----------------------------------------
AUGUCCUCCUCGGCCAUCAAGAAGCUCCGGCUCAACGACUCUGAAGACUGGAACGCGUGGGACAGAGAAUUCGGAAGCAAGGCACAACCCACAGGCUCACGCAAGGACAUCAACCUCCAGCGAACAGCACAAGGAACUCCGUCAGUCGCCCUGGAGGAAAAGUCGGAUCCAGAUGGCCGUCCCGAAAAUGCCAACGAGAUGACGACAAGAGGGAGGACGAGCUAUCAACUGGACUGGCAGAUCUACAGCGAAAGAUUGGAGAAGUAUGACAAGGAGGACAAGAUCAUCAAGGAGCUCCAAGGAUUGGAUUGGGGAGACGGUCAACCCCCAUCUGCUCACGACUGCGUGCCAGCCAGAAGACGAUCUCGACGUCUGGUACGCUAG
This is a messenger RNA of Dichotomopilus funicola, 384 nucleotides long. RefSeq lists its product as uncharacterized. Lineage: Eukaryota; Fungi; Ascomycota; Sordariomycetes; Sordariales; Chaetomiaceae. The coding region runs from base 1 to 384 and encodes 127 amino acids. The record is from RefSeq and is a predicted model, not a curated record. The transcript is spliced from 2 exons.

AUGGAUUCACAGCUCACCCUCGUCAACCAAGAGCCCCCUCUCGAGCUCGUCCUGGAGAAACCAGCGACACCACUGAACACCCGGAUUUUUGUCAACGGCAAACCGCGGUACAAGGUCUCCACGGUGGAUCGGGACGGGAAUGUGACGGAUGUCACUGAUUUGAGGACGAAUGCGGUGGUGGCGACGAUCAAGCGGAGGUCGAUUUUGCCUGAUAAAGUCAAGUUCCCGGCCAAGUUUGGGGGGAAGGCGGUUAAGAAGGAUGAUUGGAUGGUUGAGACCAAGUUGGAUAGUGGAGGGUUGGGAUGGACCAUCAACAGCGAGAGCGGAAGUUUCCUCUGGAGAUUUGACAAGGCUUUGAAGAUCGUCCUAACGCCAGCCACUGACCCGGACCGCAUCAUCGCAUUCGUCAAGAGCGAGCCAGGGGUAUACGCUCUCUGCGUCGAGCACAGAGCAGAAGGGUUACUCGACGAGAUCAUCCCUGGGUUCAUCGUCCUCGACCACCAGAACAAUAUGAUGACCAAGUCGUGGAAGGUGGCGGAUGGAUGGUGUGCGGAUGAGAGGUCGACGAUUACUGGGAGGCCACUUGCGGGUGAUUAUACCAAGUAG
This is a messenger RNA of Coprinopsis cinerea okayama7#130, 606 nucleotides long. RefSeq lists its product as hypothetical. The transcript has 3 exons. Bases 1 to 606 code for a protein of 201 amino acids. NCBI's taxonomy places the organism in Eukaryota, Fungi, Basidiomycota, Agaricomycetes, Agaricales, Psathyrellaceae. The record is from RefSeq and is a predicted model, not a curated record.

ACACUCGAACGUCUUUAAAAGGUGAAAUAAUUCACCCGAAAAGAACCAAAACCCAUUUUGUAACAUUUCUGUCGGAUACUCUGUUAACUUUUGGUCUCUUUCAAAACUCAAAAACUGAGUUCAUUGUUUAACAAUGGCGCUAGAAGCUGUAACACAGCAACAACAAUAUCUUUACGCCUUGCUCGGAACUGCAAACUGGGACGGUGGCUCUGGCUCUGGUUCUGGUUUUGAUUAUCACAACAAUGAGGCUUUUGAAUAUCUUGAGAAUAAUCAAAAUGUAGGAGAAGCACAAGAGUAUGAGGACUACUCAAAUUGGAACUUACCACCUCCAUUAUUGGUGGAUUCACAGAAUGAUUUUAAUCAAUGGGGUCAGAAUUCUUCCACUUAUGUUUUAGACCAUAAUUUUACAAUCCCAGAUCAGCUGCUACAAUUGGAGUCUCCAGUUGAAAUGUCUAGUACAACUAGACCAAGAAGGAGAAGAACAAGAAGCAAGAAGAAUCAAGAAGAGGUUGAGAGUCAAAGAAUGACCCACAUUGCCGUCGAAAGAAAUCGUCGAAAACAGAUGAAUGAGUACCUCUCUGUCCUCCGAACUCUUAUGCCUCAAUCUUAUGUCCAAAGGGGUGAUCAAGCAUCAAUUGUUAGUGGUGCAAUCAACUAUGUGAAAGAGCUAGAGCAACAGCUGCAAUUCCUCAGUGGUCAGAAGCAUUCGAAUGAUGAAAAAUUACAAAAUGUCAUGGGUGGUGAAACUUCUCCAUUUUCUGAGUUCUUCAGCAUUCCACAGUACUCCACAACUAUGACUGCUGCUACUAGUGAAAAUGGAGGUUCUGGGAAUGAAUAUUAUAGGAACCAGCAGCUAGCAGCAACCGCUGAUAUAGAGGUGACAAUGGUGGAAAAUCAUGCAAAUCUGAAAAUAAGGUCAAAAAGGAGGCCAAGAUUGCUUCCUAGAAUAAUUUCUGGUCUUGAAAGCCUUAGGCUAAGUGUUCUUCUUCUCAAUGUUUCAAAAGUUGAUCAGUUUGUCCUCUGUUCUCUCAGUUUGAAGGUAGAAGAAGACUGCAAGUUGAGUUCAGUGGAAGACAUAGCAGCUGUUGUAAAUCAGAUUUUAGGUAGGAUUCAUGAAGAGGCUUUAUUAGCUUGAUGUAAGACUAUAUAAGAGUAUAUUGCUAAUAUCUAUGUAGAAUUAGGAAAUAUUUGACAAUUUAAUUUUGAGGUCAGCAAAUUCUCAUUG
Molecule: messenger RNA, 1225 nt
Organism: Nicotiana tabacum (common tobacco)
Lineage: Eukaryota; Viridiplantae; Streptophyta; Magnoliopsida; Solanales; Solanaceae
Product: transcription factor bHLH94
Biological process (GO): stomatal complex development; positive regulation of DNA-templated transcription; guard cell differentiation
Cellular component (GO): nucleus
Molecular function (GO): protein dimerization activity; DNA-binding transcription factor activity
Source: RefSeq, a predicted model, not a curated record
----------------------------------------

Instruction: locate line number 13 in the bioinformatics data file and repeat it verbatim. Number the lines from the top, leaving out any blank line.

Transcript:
Source: RefSeq, a predicted model, not a curated record